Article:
Good old Super 8

Hit movie revives nostalgia for the quirky '70s film format

by Dante Anthony Fuoco

The Philadelphia Inquirer (MCT)

6 July 2011


PHILADELPHIA — It was the feeling of the film against your palm, and the cartridge spinning inside the camera, always running out too quickly, that made some filmmakers yearn for Super 8mm film in an age now dominated by digital.

The sci-fi mystery “Super 8” — which grossed $95 million in its first two weeks of release — is reminding many people of the film format popular in the 1970s, once used to shoot everything from back-yard birthdays to experimental films.

“Super 8” is tinged with nostalgia, featuring teenagers in 1979 who film a zombie movie with the compact device. Its writer-director, J.J. Abrams, like Steven Spielberg, Ron Howard and Sam Raimi, is among the noted filmmakers who began their careers with it or used the handheld camera.

But it also serves as a reminder that the film format — remembered for its grainy, slightly out-of-focus images — is less used and less valued than it once was.

“In a way, Super 8 is going out with ... silver-based film. They’ll pretty much go out together,” said Phil Solomon, an experimental filmmaker and film studies professor at the University of Colorado at Boulder who began his work with Super 8.

“I think there’s something missing in digital cinematography. ... It’s so crisp and clear and automatically beautiful, but the digital image still feels like a recording. It doesn’t feel like an emblazoned image.”

Introduced in 1965 by Kodak, Super 8mm cameras were easier to use and more affordable than 16mm cameras. The 1973 model could record sound, unlike a regular 8mm camera. Prices ranged from $300 to $1,000, with film costing $5 to $12 in the heyday of the 1970s, said Toni Treadway of Brodsky & Treadway, a Massachusetts film transfer studio that has handled Super 8 film since 1975.

But the medium started fading in the 1980s as Hi8 and VHS offered better sound and ease. Today, Super 8, which requires projection, is sold only in a few specialized stores across the country, or online.

“You have tons of options now, but there’s always an industry standard that everyone goes to. You’d be silly now to not make a movie in high-def,” said Glenn Holsten, a Philadelphia-based documentarian.

Many music videos are shot in Super 8 to save money but are then transferred to a digital format, said Rhonda Vigeant, director of marketing at Pro8mm, a California business that processes, scans, repairs, and sells film products and helped Abrams’ film with its Super 8 work.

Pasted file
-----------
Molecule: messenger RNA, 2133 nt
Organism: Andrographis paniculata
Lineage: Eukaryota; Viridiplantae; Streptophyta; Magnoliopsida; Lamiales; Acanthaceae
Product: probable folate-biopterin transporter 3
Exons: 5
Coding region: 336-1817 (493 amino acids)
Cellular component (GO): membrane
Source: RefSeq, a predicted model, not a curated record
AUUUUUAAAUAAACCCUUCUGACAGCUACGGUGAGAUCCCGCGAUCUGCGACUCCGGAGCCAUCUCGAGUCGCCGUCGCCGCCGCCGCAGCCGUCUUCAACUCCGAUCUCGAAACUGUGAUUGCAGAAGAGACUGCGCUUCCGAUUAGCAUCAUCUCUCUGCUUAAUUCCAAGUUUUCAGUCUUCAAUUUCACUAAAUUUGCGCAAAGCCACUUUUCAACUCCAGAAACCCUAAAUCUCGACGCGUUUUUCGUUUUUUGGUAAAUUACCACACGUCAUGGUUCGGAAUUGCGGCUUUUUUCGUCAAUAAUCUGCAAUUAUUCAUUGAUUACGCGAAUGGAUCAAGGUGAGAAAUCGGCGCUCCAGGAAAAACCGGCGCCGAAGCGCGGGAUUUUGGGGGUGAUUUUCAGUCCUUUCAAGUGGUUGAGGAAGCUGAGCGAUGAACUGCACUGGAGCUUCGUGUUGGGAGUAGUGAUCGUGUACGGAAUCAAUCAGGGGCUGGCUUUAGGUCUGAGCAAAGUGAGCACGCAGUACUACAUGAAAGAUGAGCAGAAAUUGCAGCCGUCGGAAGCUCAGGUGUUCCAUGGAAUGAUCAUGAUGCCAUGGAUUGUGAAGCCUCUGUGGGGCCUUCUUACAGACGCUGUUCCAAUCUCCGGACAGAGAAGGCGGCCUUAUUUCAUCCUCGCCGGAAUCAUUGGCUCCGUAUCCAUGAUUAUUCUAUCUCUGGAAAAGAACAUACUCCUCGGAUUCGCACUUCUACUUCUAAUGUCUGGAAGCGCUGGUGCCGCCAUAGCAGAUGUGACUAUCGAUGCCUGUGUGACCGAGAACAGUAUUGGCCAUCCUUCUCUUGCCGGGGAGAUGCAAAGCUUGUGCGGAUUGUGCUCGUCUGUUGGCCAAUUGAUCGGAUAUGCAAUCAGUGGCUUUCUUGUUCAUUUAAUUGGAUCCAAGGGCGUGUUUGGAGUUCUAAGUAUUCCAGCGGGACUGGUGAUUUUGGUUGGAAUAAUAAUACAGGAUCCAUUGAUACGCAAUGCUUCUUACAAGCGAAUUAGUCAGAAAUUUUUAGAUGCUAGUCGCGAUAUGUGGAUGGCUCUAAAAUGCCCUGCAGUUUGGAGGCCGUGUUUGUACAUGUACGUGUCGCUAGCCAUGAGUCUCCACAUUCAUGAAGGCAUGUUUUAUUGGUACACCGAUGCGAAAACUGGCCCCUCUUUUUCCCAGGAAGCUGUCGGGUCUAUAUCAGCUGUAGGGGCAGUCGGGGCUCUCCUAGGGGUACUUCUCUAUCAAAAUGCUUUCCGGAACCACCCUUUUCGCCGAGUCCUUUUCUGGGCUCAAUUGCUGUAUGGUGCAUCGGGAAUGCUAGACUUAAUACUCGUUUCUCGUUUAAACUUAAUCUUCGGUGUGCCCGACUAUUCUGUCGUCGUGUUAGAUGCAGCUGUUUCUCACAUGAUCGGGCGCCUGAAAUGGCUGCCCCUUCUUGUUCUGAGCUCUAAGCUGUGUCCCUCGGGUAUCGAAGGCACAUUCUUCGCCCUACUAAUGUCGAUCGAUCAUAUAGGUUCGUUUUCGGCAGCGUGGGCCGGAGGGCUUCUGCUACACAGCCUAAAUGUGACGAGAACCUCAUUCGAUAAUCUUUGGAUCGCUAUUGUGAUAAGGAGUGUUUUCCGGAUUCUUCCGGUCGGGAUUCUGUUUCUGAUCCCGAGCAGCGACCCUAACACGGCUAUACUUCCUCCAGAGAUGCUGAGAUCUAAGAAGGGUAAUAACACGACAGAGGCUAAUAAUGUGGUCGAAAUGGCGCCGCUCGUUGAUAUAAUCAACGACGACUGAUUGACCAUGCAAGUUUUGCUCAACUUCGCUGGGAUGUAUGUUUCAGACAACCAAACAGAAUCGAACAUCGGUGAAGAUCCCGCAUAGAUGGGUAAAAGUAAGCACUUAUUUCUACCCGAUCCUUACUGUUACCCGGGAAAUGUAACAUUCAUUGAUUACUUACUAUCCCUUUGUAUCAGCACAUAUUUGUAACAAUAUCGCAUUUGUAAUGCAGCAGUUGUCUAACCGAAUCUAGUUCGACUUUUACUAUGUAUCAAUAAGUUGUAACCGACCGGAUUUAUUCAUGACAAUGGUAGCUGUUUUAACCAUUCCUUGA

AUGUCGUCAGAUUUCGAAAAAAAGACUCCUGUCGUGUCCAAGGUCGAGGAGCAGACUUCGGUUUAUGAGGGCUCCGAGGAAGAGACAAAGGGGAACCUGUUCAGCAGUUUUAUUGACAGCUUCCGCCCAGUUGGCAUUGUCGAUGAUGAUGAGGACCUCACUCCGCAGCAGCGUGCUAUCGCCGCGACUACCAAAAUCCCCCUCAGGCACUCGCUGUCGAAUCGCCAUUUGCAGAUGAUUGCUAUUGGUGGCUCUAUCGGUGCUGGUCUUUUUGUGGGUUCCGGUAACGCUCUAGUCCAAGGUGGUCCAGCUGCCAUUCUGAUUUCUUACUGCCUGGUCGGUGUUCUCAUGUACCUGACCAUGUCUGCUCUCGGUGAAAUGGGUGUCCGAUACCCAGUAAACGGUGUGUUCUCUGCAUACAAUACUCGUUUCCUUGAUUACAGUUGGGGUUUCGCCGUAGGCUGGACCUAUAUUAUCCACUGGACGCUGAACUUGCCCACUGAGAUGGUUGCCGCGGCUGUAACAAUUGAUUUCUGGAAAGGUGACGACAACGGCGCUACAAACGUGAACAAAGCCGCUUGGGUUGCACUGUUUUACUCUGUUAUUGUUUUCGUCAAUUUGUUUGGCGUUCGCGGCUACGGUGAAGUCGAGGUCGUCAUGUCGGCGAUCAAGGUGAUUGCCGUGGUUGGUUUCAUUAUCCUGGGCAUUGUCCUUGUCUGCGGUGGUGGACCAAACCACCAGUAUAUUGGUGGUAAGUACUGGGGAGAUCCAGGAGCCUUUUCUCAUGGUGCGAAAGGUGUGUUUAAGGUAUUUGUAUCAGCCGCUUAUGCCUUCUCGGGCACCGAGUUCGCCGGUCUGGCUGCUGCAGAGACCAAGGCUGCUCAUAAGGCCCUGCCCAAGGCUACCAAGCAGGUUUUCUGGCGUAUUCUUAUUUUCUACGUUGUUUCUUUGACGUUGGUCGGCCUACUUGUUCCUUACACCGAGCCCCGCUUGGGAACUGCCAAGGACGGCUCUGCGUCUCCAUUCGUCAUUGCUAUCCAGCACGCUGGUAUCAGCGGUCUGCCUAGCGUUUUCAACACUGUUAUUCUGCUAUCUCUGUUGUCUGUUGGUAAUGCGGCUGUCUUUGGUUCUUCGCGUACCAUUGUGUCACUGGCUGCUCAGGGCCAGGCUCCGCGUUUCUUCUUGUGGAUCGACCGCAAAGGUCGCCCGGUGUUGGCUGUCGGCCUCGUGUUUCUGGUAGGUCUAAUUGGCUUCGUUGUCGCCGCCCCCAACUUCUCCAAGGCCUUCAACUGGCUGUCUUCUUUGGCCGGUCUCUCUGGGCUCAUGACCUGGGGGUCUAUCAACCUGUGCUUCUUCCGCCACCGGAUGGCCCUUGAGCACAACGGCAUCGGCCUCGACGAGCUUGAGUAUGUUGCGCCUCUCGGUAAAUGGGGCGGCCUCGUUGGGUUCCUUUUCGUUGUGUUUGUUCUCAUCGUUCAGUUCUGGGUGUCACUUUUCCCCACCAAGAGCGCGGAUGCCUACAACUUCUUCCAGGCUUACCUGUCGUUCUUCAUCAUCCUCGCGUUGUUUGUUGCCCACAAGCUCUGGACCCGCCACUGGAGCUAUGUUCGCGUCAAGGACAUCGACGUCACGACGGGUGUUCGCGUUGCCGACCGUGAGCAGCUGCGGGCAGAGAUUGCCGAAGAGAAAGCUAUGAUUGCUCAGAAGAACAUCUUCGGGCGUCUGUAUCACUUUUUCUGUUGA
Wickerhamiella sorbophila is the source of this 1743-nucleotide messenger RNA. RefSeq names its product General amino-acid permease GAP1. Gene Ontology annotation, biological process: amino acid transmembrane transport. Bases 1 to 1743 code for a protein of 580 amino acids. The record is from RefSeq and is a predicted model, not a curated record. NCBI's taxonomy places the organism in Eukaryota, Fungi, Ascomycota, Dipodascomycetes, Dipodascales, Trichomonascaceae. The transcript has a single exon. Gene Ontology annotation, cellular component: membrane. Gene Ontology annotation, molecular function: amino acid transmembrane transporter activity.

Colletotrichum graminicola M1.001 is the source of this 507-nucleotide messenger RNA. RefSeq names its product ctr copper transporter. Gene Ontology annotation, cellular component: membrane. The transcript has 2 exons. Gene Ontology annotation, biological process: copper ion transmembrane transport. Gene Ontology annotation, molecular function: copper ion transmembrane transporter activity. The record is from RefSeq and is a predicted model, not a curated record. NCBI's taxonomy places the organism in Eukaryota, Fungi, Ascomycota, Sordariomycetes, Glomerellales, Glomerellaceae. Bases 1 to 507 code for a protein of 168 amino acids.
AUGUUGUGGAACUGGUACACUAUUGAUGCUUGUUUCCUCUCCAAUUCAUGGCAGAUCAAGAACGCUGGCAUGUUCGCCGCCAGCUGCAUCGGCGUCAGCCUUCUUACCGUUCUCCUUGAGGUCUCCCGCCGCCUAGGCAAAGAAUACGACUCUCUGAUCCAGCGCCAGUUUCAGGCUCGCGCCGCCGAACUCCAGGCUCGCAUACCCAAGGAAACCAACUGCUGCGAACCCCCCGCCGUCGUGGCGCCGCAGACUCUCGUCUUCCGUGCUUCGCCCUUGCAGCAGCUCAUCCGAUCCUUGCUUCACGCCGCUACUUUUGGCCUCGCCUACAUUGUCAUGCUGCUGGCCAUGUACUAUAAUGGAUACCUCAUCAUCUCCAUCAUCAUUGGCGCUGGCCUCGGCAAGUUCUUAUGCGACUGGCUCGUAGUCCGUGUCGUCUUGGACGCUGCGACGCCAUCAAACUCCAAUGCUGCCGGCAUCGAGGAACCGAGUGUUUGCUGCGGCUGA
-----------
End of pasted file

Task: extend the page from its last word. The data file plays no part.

Super 8 is more a part of avant-garde and experimental work, with training typically offered in art schools rather than film programs, said Elisabeth Subrin, assistant professor at Temple University’s film and media arts department.

Subrin used Super 8 in college and shot a film using it in 1997. But today “no student would ever, ever, ever shoot” in it, she said.

It can be a difficult format. Time is precious, with only a few minutes per cartridge. Editing is nearly impossible given the film’s small size, so scenes need to be planned ahead and shot in order. And footage can only be viewed later, making it hard to gauge its quality.

But these limitations inspired creativity that is lost nowadays as digital formats allow for infinite hours of footage and intensive editing is a production staple, said Louis Pepe and Keith Fulton, Los Angeles-based filmmakers who graduated from Temple’s master of fine arts program. “Sometimes limitless choices can lead to paralysis,” Pepe said.

And then, many wonder, how can families and artists even keep archives today?

VHS video degrades and digital backups are not always foolproof, Subrin and Solomon noted. And “in 50 years are we going to be able to find the little cellphone movies we made of whatever?” Fulton asked.

But Super 8, like other film formats, can last without decay.

“My home movies from my childhood still exist,” Subrin said. “My dad shot in Super 8. They’re beautiful, they’re stunning.”

You’d think today’s budding filmmakers are “so ensconced with digital” that they wouldn’t turn to other media, Solomon said. But many get nostalgic for a time they didn’t even know.

“I think my students are hungering for something authentic,” he said. “Many of our students really do fall in love with film.”


To view the Low Road’s music video “The Devil’s Pocket,” with Super 8 footage, go to www.philly.com/lowroad.

Topics: super 8
//Mixed media


TIFF 2017: 'The Shape of Water'

// Notes from the Road

"The Shape of Water comes off as uninformed political correctness, which is more detrimental to its cause than it is progressive.

READ the article